December 3, 2016

Faces of nations, what composite national leaders look like

Filed under: Photography by Branko Collin @ 11:12 pm

face_of_a_nation-sa-crop-guney_soykan

Turkish-born, Amsterdam-based art-director Güney Sokayn had this simple but intriguing question – do composite portraits of natians’ leaders say something about those nations?

On his project page he explains:

Consciously or sub-consciously, you rarely think of Germany without picturing Angela Merkel or of Russia without Vladimir Putin. Because whether we like it or not, the political leader of our country represents how the world perceives their nation. But is it a reflection of that nation’s people? […]

This is where the idea for Face of a Nation originates. It is a personal curiosity project that aims to create portraits of different nations based on their leaders from the past 50 years.

To this end, Soykan took photos of presidents and prime ministers, spliced them vertically and put the resulting strips together, forming new, composite portraits. The strips are ordered by the periods these men (and the odd woman) governed. The width of each bar represents the duration of each government.

Although perhaps the most important lesson is how boring leaders look, some trends can be clearly spotted, and I am not just talking about the switch from black-and-white to colour photography. The end of apartheid in South Africa is visible, because all subsequent presidents after De Klerk were black (top illustration, detail). American presidents lead for exactly four or eight years (bottom left). Syria and North Korea are hereditary dictatorships. And if you are the leader of Turkey (bottom right) or Italy, you should probably make sure your LinkedIn profile is up to date.

face_of_a_nation-usa-guney_soykan face_of_a_nation-turkey-guney_soykan

Illustrations: Güney Soykan.

Tags: , , ,

October 28, 2016

Cute mushrooms from the woods near Amersfoort

Filed under: Nature,Photography by Orangemaster @ 9:18 am

Shiitake

Spotted during an autumn fall hike at the Treekerpunt nature area south of Amersfoort, Astrid Hinderks photographed these small mushrooms hiding inside an old tree, and they’re really cute!

Sometimes mushrooms are just mushrooms, not drugs in the Netherlands. We make ‘cheese’ out of them and there’s weird mushrooms that pop up in the woods.

(Link: www.treehugger.com, Photo of shiitake mushrooms by pjah73, some rights reserved)

Tags: ,

June 20, 2016

Swiss company gives 19th century Amsterdam colour

Filed under: History,Photography by Orangemaster @ 4:58 pm

800px-Amsterdam_photochrom

Thanks to the magic of photochromy, the art of reproducing colours by photography, the company Photoglob from Zurich, Switzerland lets us enjoy colour pictures of Amsterdam taken between 1890 and 1900, which were originally black and white.

Thanks to RTVNH having a slow news moment, you can enjoy more pictures of Amsterdam including the Amstel river, Central Station, the Rijksmuseum, and a few more by following the link below.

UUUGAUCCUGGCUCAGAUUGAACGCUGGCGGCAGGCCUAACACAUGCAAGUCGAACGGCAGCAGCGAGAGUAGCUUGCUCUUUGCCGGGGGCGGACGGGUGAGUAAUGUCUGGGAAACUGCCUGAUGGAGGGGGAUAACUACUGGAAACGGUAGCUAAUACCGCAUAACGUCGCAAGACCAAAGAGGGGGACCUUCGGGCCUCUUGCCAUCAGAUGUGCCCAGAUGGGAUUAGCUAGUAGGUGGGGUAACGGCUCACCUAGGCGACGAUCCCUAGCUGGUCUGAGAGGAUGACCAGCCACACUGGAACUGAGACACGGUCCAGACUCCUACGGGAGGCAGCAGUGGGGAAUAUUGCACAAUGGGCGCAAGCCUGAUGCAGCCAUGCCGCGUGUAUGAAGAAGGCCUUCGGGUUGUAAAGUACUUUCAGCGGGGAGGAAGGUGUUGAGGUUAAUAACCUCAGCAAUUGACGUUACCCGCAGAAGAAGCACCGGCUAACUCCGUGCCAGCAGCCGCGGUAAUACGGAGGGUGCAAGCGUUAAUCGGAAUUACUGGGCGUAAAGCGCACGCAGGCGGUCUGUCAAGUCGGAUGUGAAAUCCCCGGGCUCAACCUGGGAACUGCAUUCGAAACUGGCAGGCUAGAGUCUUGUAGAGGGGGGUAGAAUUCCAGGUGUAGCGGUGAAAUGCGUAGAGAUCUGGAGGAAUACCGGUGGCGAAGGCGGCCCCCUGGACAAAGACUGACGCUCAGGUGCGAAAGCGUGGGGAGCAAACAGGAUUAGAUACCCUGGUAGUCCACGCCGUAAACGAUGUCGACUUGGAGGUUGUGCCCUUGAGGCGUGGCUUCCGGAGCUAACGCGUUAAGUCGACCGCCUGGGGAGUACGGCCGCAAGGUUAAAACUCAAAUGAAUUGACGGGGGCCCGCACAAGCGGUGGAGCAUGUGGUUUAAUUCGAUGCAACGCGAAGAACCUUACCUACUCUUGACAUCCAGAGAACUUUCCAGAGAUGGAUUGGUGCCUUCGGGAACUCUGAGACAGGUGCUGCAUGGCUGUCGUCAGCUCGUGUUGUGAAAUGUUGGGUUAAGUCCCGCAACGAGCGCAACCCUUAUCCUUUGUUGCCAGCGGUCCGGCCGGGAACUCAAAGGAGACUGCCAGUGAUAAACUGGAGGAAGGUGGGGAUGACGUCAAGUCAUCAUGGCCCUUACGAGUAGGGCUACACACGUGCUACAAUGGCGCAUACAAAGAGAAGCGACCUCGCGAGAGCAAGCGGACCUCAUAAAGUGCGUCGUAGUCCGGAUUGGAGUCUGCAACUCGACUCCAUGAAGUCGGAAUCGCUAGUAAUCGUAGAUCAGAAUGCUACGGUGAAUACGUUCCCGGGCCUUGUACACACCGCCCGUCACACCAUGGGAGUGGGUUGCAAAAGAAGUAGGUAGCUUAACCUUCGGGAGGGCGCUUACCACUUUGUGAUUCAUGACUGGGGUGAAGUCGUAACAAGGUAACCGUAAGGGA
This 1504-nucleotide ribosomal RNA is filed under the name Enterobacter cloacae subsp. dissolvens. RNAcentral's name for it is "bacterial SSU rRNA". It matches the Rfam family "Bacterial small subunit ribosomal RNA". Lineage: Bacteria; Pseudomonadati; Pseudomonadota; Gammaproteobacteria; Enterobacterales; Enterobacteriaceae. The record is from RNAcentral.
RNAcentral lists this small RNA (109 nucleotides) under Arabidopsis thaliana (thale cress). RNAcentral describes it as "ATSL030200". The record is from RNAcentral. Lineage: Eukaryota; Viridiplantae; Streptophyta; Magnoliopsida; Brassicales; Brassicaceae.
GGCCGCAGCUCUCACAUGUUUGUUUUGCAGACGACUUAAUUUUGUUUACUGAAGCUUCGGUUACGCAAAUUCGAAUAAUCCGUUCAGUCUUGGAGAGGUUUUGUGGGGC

(Link: www.rtvnh.nl, Photo of Dam Square, Amsterdam by Unknown, some rights reserved)

Tags: , , , , ,

May 24, 2016

Streets of the World photography exhibition in Amsterdam

Filed under: Photography by Orangemaster @ 11:57 pm

20150613-waterlooplein-24o-bco-01

In 2009 Dutch photojournalist Jeroen Swolfs set out to visit and photograph street life in every country of the world. The idea was to portray 200 countries through 200 street photos, displayed next to each other, to show a positive image of the world in which we live, very different than the harsh images we’re used to.

The exhibition Streets of the World is the result of his journey, a photography project that not only distinguishes itself in scale, but also by the positive vision of the photographer and his eye for people.

If you’re anywhere near Amsterdam, catch Swolfs’ exhibition until mid July at the Nieuwe Kerk, which coincides with the World Press Photo exhibition, at the same location.

Here’s a video of his trip through Asia with explanations:

(Link: www.streetsoftheworld.com, Photo: unrelated picture of Waterloo Square, Amsterdam by Branko Collin)

Tags: , , , ,

May 15, 2016

Dutchman snaps shop cats in China

Filed under: Animals,Photography by Orangemaster @ 12:42 pm

Chinese-cats

Dutchman Marcel Heijnen, originally from The Hague, lives in Hong Kong, China and likes to take pictures of shop owner’s cats. You can follow him at @ChineseWhiskers on instagram.

Surprised at how successful his cat pics are, he is planning on publishing a book, called ‘Hong Kong Shop Cats’ this September, with a book on Hong Kong market cats to follow by the beginning of next year. Both books will feature a haiku by Singaporean poet Ian Row, as well as an essay by Hong Kong-based British writer Catharine Nicol.

Shop owners have told Heijnen that they keep cats to repel rodents, but then they do that in The Netherlands as well. Heijnen, who previously lived in Singapore, said he is always careful not to identify the specific location of the businesses he visits so they are not bombarded with visitors.

(Link: www.scmp.com, Photo: @ChineseWhiskers on instagram)

Tags: ,

April 28, 2016

King’s Day 2016 in Amsterdam through the lens of René Louman’s camera

Filed under: Event,Photography by Branko Collin @ 4:58 pm

kings-day-2016-rene-louman

Rain and wind disrupted this year’s King’s Day. The rain largely passed by Amsterdam, but it was still cold enough that visitors had to dress warmer than usual.